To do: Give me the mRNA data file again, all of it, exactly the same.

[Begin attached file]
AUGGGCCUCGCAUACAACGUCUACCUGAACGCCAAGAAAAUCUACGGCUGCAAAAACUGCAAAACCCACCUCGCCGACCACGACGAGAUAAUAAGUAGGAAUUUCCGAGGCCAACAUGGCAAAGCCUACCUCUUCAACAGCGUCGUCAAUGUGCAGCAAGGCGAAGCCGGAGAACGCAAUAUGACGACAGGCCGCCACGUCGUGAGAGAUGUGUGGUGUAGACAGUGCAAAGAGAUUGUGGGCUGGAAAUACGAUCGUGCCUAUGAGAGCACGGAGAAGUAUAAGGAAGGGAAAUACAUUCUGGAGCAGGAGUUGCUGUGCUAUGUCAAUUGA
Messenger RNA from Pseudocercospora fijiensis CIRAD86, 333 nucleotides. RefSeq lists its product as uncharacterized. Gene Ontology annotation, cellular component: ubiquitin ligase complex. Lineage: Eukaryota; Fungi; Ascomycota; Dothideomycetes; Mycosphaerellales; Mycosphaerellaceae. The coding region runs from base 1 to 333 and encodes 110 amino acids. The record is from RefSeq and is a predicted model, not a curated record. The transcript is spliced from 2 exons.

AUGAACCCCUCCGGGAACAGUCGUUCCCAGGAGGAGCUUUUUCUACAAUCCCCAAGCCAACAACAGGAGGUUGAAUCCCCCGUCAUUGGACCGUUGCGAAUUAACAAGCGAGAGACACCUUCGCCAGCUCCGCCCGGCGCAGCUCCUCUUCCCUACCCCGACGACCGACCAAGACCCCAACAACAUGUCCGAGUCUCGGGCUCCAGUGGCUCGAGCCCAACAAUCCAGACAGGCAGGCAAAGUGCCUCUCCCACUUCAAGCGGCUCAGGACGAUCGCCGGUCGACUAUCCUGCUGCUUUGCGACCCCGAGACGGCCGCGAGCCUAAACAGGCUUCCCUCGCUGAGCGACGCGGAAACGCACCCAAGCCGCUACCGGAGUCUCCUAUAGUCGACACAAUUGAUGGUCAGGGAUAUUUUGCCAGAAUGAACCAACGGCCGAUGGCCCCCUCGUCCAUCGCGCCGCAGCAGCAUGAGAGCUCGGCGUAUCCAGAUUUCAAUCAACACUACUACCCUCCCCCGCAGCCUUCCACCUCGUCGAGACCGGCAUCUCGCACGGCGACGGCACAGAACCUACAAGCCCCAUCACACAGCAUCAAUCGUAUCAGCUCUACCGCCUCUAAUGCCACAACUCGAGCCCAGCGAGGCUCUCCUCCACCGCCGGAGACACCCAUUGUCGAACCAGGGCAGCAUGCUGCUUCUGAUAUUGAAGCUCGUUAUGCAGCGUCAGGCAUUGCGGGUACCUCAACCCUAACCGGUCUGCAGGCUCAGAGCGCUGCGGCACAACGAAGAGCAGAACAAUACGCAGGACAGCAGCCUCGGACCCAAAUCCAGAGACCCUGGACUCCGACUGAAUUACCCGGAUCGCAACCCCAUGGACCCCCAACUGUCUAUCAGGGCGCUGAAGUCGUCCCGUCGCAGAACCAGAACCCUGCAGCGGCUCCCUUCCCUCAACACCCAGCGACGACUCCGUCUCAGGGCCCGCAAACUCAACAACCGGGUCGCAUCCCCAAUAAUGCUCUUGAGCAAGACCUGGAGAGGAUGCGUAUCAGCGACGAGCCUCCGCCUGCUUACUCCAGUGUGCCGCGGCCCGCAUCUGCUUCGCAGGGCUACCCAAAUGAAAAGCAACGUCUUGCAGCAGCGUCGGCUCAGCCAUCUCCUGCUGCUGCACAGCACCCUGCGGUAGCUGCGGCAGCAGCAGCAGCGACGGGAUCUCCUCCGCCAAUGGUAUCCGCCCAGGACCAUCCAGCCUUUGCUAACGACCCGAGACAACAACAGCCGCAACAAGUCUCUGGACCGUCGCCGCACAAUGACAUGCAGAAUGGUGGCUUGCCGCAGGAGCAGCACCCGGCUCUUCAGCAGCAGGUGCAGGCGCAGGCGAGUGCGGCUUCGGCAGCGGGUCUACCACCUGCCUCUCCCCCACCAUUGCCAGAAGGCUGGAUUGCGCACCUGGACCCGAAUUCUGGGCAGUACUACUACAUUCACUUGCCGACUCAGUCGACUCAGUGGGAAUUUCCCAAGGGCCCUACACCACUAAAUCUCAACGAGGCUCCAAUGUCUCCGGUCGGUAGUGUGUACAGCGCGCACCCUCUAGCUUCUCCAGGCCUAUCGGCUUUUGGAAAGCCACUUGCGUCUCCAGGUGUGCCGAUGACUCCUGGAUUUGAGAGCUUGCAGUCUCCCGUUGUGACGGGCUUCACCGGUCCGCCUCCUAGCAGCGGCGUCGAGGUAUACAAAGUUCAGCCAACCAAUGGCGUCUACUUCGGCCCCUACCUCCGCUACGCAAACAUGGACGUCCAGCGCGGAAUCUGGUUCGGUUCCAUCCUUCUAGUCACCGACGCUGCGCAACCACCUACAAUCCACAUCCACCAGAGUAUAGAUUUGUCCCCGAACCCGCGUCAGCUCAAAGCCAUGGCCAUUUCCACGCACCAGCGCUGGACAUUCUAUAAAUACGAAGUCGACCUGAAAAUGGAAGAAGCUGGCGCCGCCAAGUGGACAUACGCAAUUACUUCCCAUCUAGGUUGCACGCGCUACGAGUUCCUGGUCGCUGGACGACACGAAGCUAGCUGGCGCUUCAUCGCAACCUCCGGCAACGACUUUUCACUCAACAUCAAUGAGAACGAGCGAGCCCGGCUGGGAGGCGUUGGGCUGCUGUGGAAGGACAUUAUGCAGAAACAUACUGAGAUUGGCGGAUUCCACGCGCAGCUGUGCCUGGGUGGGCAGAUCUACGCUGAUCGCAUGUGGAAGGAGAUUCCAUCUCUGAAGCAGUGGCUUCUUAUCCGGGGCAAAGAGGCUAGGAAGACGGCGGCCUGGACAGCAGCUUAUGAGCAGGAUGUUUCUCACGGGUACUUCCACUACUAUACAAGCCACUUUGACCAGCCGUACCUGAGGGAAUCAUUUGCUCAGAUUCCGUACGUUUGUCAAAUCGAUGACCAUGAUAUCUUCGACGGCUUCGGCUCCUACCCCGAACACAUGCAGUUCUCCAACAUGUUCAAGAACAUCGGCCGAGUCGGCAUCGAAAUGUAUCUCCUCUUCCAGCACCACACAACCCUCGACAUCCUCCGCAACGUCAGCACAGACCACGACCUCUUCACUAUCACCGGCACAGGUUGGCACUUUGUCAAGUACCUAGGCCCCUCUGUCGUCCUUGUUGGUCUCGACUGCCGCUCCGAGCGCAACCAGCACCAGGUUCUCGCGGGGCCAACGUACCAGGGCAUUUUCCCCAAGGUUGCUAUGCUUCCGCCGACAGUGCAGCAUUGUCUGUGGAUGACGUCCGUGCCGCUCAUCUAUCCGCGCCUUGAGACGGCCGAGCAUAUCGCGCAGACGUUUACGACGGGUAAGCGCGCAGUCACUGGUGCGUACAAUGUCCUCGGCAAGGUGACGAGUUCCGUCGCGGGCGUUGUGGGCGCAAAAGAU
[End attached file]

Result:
AUGGGCCUCGCAUACAACGUCUACCUGAACGCCAAGAAAAUCUACGGCUGCAAAAACUGCAAAACCCACCUCGCCGACCACGACGAGAUAAUAAGUAGGAAUUUCCGAGGCCAACAUGGCAAAGCCUACCUCUUCAACAGCGUCGUCAAUGUGCAGCAAGGCGAAGCCGGAGAACGCAAUAUGACGACAGGCCGCCACGUCGUGAGAGAUGUGUGGUGUAGACAGUGCAAAGAGAUUGUGGGCUGGAAAUACGAUCGUGCCUAUGAGAGCACGGAGAAGUAUAAGGAAGGGAAAUACAUUCUGGAGCAGGAGUUGCUGUGCUAUGUCAAUUGA
Messenger RNA from Pseudocercospora fijiensis CIRAD86, 333 nucleotides. RefSeq lists its product as uncharacterized. Gene Ontology annotation, cellular component: ubiquitin ligase complex. Lineage: Eukaryota; Fungi; Ascomycota; Dothideomycetes; Mycosphaerellales; Mycosphaerellaceae. The coding region runs from base 1 to 333 and encodes 110 amino acids. The record is from RefSeq and is a predicted model, not a curated record. The transcript is spliced from 2 exons.

AUGAACCCCUCCGGGAACAGUCGUUCCCAGGAGGAGCUUUUUCUACAAUCCCCAAGCCAACAACAGGAGGUUGAAUCCCCCGUCAUUGGACCGUUGCGAAUUAACAAGCGAGAGACACCUUCGCCAGCUCCGCCCGGCGCAGCUCCUCUUCCCUACCCCGACGACCGACCAAGACCCCAACAACAUGUCCGAGUCUCGGGCUCCAGUGGCUCGAGCCCAACAAUCCAGACAGGCAGGCAAAGUGCCUCUCCCACUUCAAGCGGCUCAGGACGAUCGCCGGUCGACUAUCCUGCUGCUUUGCGACCCCGAGACGGCCGCGAGCCUAAACAGGCUUCCCUCGCUGAGCGACGCGGAAACGCACCCAAGCCGCUACCGGAGUCUCCUAUAGUCGACACAAUUGAUGGUCAGGGAUAUUUUGCCAGAAUGAACCAACGGCCGAUGGCCCCCUCGUCCAUCGCGCCGCAGCAGCAUGAGAGCUCGGCGUAUCCAGAUUUCAAUCAACACUACUACCCUCCCCCGCAGCCUUCCACCUCGUCGAGACCGGCAUCUCGCACGGCGACGGCACAGAACCUACAAGCCCCAUCACACAGCAUCAAUCGUAUCAGCUCUACCGCCUCUAAUGCCACAACUCGAGCCCAGCGAGGCUCUCCUCCACCGCCGGAGACACCCAUUGUCGAACCAGGGCAGCAUGCUGCUUCUGAUAUUGAAGCUCGUUAUGCAGCGUCAGGCAUUGCGGGUACCUCAACCCUAACCGGUCUGCAGGCUCAGAGCGCUGCGGCACAACGAAGAGCAGAACAAUACGCAGGACAGCAGCCUCGGACCCAAAUCCAGAGACCCUGGACUCCGACUGAAUUACCCGGAUCGCAACCCCAUGGACCCCCAACUGUCUAUCAGGGCGCUGAAGUCGUCCCGUCGCAGAACCAGAACCCUGCAGCGGCUCCCUUCCCUCAACACCCAGCGACGACUCCGUCUCAGGGCCCGCAAACUCAACAACCGGGUCGCAUCCCCAAUAAUGCUCUUGAGCAAGACCUGGAGAGGAUGCGUAUCAGCGACGAGCCUCCGCCUGCUUACUCCAGUGUGCCGCGGCCCGCAUCUGCUUCGCAGGGCUACCCAAAUGAAAAGCAACGUCUUGCAGCAGCGUCGGCUCAGCCAUCUCCUGCUGCUGCACAGCACCCUGCGGUAGCUGCGGCAGCAGCAGCAGCGACGGGAUCUCCUCCGCCAAUGGUAUCCGCCCAGGACCAUCCAGCCUUUGCUAACGACCCGAGACAACAACAGCCGCAACAAGUCUCUGGACCGUCGCCGCACAAUGACAUGCAGAAUGGUGGCUUGCCGCAGGAGCAGCACCCGGCUCUUCAGCAGCAGGUGCAGGCGCAGGCGAGUGCGGCUUCGGCAGCGGGUCUACCACCUGCCUCUCCCCCACCAUUGCCAGAAGGCUGGAUUGCGCACCUGGACCCGAAUUCUGGGCAGUACUACUACAUUCACUUGCCGACUCAGUCGACUCAGUGGGAAUUUCCCAAGGGCCCUACACCACUAAAUCUCAACGAGGCUCCAAUGUCUCCGGUCGGUAGUGUGUACAGCGCGCACCCUCUAGCUUCUCCAGGCCUAUCGGCUUUUGGAAAGCCACUUGCGUCUCCAGGUGUGCCGAUGACUCCUGGAUUUGAGAGCUUGCAGUCUCCCGUUGUGACGGGCUUCACCGGUCCGCCUCCUAGCAGCGGCGUCGAGGUAUACAAAGUUCAGCCAACCAAUGGCGUCUACUUCGGCCCCUACCUCCGCUACGCAAACAUGGACGUCCAGCGCGGAAUCUGGUUCGGUUCCAUCCUUCUAGUCACCGACGCUGCGCAACCACCUACAAUCCACAUCCACCAGAGUAUAGAUUUGUCCCCGAACCCGCGUCAGCUCAAAGCCAUGGCCAUUUCCACGCACCAGCGCUGGACAUUCUAUAAAUACGAAGUCGACCUGAAAAUGGAAGAAGCUGGCGCCGCCAAGUGGACAUACGCAAUUACUUCCCAUCUAGGUUGCACGCGCUACGAGUUCCUGGUCGCUGGACGACACGAAGCUAGCUGGCGCUUCAUCGCAACCUCCGGCAACGACUUUUCACUCAACAUCAAUGAGAACGAGCGAGCCCGGCUGGGAGGCGUUGGGCUGCUGUGGAAGGACAUUAUGCAGAAACAUACUGAGAUUGGCGGAUUCCACGCGCAGCUGUGCCUGGGUGGGCAGAUCUACGCUGAUCGCAUGUGGAAGGAGAUUCCAUCUCUGAAGCAGUGGCUUCUUAUCCGGGGCAAAGAGGCUAGGAAGACGGCGGCCUGGACAGCAGCUUAUGAGCAGGAUGUUUCUCACGGGUACUUCCACUACUAUACAAGCCACUUUGACCAGCCGUACCUGAGGGAAUCAUUUGCUCAGAUUCCGUACGUUUGUCAAAUCGAUGACCAUGAUAUCUUCGACGGCUUCGGCUCCUACCCCGAACACAUGCAGUUCUCCAACAUGUUCAAGAACAUCGGCCGAGUCGGCAUCGAAAUGUAUCUCCUCUUCCAGCACCACACAACCCUCGACAUCCUCCGCAACGUCAGCACAGACCACGACCUCUUCACUAUCACCGGCACAGGUUGGCACUUUGUCAAGUACCUAGGCCCCUCUGUCGUCCUUGUUGGUCUCGACUGCCGCUCCGAGCGCAACCAGCACCAGGUUCUCGCGGGGCCAACGUACCAGGGCAUUUUCCCCAAGGUUGCUAUGCUUCCGCCGACAGUGCAGCAUUGUCUGUGGAUGACGUCCGUGCCGCUCAUCUAUCCGCGCCUUGAGACGGCCGAGCAUAUCGCGCAGACGUUUACGACGGGUAAGCGCGCAGUCACUGGUGCGUACAAUGUCCUCGGCAAGGUGACGAGUUCCGUCGCGGGCGUUGUGGGCGCAAAAGAU